Day Four was an early start, planning to get away by 8.ooam. Our aim was to get as far up the glacier as possible and hopefully make it to Murchison hut. We headed up valley in clearing weather. We skirted around Murchison’s terminal lake full of floating icebergs. We spotted a couple of people walking up the other side of the lake, next thing we knew they were kayaking among the icebergs!! At the head of the lake we tried to find the best line among the rock strewn debris on the glacier. This went on for a number of hours and we were eventually relieved to finally reach ice. Crampons were donned and we continued up the glacier, making our way through and among the crevasses. The crevasses started to get larger and the jumps across bigger as the glacier steepened. As there was little or no snow on top, no need to rope up, saving valuable time. Murchison Hut came into view perched on top of a rocky ridge high above the Glacier. It looked oh so close, but oh so far. The final approach to the Hut was a steep snow slope, and then jumbled rock the last 100m. Thanks Raymond for plugging the steps up the slope. By this stage it was starting to get dark and we spread out to locate the hut. Hut located after a 13hr day, epic! We tumbled into the hut, people were exhausted, flopping onto the bunks, except Geoff and Gaylene. With super efficiency they had the cookers going and dinner on. I was impressed with the speed they managed this. Then Gary at lightning speed exited the hut to vomit over the balcony. Not feeling the best, we tended to him, giving him an electrolyte drink and put him to bed to sleep it off, saving his dinner for the morning, hoping it wasn’t a bug for all to catch. The bunk at the end of this day felt damn good.
Day Five arrived in a blanket of fog, rime and light snow. Won’t be going anywhere until this clears. Geoff decides to wait to make a decision to move on till after lunch. We need good visibility to go over the Murchison head wall. Gary’s feeling better. A large hot lunch is cooked and consumed gratefully by all. Weather starts to clear, decision made to go. Today is the crux of the trip, can we make it over the headwall? It wasn’t possible 2 weeks ago, too many slots, what will it be like today? We rope up for the glacier travel. Chris is resplendent in chux multi clothes and safety pins as sleeves for her shirt, hers accidently left in the car. This is serious sun-burn country. Geoff leads, keeping a steady pace. It’s a stunning and beautiful setting, just magnificent country. Words can’t really describe it, this is what I came for. The travel up to the Murchison head wall was one of the easiest of the trip. Geoff leads us up the wall, the only concern I can see is possible slots at the top. No problem, we belay to get over the slot. Fantastic, we don’t have to go back down the Murchison, I’m thrilled not to have to experience that moraine again. And then it fogs in, we don’t get to see the view down the Tasman! We make our way towards where we think the Kelman Hut is. Gaylene & Tony glimpse a toilet up above us and we make our way there. Kelman hut is a welcome sight, it is warm, has gas and solar lights. Late dinner again, becoming a bit of a habit.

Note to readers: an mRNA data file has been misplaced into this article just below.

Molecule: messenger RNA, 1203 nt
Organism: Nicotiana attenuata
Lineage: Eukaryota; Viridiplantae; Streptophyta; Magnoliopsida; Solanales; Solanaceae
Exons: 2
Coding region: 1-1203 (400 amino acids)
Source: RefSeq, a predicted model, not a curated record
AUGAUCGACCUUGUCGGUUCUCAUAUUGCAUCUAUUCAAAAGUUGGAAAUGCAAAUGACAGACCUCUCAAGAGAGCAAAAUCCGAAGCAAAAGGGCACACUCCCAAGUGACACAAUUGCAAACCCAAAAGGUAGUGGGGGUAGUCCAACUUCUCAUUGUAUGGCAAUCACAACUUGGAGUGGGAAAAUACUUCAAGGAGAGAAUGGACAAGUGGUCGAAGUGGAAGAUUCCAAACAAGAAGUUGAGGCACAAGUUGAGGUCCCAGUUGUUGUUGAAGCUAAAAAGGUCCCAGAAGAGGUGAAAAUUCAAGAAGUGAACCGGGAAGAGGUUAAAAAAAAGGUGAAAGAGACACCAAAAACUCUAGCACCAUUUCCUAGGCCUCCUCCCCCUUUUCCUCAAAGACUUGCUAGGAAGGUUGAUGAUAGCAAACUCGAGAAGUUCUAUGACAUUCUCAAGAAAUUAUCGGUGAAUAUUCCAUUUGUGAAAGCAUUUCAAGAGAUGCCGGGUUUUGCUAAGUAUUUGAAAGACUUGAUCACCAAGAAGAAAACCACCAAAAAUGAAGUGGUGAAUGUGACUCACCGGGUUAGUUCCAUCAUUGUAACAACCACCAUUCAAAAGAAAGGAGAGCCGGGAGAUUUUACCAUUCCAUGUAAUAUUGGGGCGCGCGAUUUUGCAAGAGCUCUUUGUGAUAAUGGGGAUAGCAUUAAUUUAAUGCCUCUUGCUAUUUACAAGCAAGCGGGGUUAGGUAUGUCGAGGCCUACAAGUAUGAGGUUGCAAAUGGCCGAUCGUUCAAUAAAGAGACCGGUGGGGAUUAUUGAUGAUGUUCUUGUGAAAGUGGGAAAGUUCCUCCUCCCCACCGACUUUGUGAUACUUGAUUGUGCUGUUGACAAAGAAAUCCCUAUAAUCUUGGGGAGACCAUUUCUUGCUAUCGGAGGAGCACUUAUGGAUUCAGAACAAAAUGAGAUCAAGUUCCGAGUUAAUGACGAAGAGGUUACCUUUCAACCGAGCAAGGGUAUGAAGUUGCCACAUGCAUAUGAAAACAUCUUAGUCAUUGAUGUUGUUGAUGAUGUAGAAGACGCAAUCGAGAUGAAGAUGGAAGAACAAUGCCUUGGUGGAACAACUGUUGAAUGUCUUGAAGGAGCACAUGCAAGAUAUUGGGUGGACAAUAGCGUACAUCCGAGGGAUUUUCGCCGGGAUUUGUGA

Day Six starts early. I get woken at 3.30am by the other climbers in the hut getting up to climb Mt Aylmer before flying out later that day, plus the snoring has kept me awake most of the night. I get up to the loo to witness a light sprinkling of new snow but now a clear sky with stars out. Back to bed for a couple hours of sleep, to then be woken by Gaylene and Liz at 6am, rearing to go. But they hadn’t informed Geoff! Coffee in hand, Geoff slowly awakens. Geoff decides today we’ll climb Mt Aylmer a 2699 metre peak on the main divide, visit Tasman Saddle Hut then make our way down the Tasman Glacier. An action packed filled day. The fog arrives again but looks like it will clear. Leaving the hut at 8am, we witness a beautiful display of glittering ice crystals in the sky. We rope up to travel across the neve to the base of Mt Aylmer. At this stage I’m feeling rather nervous, I’m not keen on the exposure along the ridge and say I’ll just wait here. I haven’t done this sort of climbing for 20 years! Geoff will have none of that, he says we all go. With his confidence, experience and awesome leadership skills he leads us to the top, belaying each other for support. The views were stupendous; we could see the Tasman Ocean in the distance, Mt Cook, Tasman and many more peaks. I’ve also climbed a lot steeper terrain, so my anxieties were unfounded, as long as I didn’t look down! After congratulatory photos it was back to our packs down on the neve and lunch. The Tasman neve is a hive of activity today, helicopters flying people in and out and several groups climbing Mt Aylmer. Off then to visit Tasman Saddle Hut for Geoff’s requisite photos. Yet again an amazing location for a hut perched on top of a rocky ridge overlooking the Tasman. Superlatives are hard to come by now. Back again to our packs and the start of the decent down the Tasman. Soft snow initially, then hard ice. A ski plane circles above us wanting to land, we are on his runaway. Scampering out of the way the plane flies in very close to land. The pilot enjoyed that! Making good progress we descend around halfway down the glacier when Gaylene suggests camping for the night. We head over to the moraine looking for a suitable campsite. While Gary boils the billy for a brew, Gaylene, Tony and Geoff depart in different direction to sus out a campsite. They return some time later with the best they could find, a rocky strip of moraine. Off we trot to pitch tents and enjoy a late meal proficiently cooked by Liz.